Chuckwallas are a stocky, pot-bellied lizard covered in black and brown scales with a 100% vegetarian diet and an ability to defend themselves by diving into crevices, expanding and becoming impossible to extract. They are usually found in the southwestern United States.
And Wednesday in a House hearing room.
Chuck (also known as Wally) came with staff from the Minnesota Zoo and Rep. Robert Bierman (DFL-Apple Valley) to the House Environment and Natural Resources Finance and Policy Committee to present a budget request.
Bierman sponsors HF462, which was laid over after being amended. The bill would appropriate $27.55 million from the General Fund in the next biennium and $190,000 each year from the Natural Resources Fund for the zoo.
The request represents an increase of $3 million per year to maintain current levels. The cost of feed, medicine and supplies for 5,000 animals, along with rising utility, road maintenance and staffing costs impose challenges to the operating budget, said director John Frawley.
One-third of the zoo’s operating budget comes from the state; the rest is through contributions and earned income such as memberships, gate fees and food, drink, and clothing sales.
The first $850,000 would be dedicated to upgrading security and safety, matching funds the zoo is already putting into the project, which includes installing badge readers, improving emergency communications, expanding security camera coverage and replacing outdated analog phones.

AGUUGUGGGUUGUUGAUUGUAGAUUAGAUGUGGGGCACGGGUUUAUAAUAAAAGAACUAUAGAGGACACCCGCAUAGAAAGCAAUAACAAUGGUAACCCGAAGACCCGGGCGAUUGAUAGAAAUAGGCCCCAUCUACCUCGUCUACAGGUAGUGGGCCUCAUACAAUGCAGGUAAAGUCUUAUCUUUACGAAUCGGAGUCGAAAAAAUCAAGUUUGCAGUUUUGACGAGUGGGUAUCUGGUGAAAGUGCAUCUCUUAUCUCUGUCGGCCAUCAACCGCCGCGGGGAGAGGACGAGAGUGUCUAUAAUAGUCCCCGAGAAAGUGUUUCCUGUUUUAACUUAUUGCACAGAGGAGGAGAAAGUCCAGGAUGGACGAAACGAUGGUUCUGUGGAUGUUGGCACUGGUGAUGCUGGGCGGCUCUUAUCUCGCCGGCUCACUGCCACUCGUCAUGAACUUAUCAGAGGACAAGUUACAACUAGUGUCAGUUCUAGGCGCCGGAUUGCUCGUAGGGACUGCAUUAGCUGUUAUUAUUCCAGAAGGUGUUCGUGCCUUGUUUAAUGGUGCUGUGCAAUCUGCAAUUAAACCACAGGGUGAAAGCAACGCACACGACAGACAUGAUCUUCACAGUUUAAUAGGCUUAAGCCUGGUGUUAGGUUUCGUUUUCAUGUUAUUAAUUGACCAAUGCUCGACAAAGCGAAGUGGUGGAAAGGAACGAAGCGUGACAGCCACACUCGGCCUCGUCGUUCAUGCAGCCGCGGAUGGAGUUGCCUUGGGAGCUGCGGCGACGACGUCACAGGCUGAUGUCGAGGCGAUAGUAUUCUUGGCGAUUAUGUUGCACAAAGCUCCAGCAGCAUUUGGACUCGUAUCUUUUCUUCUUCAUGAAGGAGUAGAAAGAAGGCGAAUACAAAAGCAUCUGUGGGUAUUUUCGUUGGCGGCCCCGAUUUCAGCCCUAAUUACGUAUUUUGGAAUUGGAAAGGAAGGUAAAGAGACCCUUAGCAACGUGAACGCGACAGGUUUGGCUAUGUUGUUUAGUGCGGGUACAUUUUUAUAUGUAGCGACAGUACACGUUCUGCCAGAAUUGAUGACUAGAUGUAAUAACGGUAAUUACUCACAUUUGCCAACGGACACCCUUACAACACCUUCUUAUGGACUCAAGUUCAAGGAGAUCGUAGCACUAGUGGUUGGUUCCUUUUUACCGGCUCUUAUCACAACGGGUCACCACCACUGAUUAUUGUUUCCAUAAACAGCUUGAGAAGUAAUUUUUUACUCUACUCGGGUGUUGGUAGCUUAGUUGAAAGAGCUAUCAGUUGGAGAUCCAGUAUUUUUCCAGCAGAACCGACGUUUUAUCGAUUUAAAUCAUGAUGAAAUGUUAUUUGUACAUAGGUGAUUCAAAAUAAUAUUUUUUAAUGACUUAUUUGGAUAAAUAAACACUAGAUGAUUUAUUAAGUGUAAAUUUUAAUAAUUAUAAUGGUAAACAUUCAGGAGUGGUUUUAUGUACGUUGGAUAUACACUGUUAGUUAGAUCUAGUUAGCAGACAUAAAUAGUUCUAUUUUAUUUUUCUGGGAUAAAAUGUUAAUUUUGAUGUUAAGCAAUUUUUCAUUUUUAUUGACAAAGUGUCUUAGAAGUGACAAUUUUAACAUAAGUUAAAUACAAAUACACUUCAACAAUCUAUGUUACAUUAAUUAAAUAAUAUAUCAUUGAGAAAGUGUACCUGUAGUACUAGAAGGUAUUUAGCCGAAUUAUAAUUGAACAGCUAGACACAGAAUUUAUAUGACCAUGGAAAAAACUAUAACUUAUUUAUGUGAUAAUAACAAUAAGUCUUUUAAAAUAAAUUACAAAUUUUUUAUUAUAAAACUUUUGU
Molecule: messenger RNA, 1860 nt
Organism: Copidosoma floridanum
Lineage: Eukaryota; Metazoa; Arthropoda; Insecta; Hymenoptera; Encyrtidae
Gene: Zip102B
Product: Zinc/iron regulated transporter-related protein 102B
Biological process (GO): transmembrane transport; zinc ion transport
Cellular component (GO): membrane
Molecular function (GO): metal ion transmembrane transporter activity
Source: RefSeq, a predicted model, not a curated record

Zoo leaders want to maintain operations without raising entrance fees, like other zoos have. For example, the Indianapolis Zoo doubled ticket prices to $32.95 between 2019 and 2022, according to the zoo’s budget request presentation.
“In our experience, once you increase prices you can’t go back,” Frawley said.
The zoo has taken many steps to be accessible, Frawley said, such as moving away from one free workday per week to a program offering free visits for people on an assistance program. In a typical year, 90,000 Minnesotans visit at no cost through the Free to Explore program.
In addition to the operations funding increase, $18 million in capital investment, mostly for asset preservation and $1.23 million to update the 40-year-old animal hospital at the zoo is in the bonding bill currently in the House Capital Investment Committee. Frawley assured the zoo will work with partners like the University of Minnesota to build an institution serving all of Minnesota, not just the Minnesota Zoo.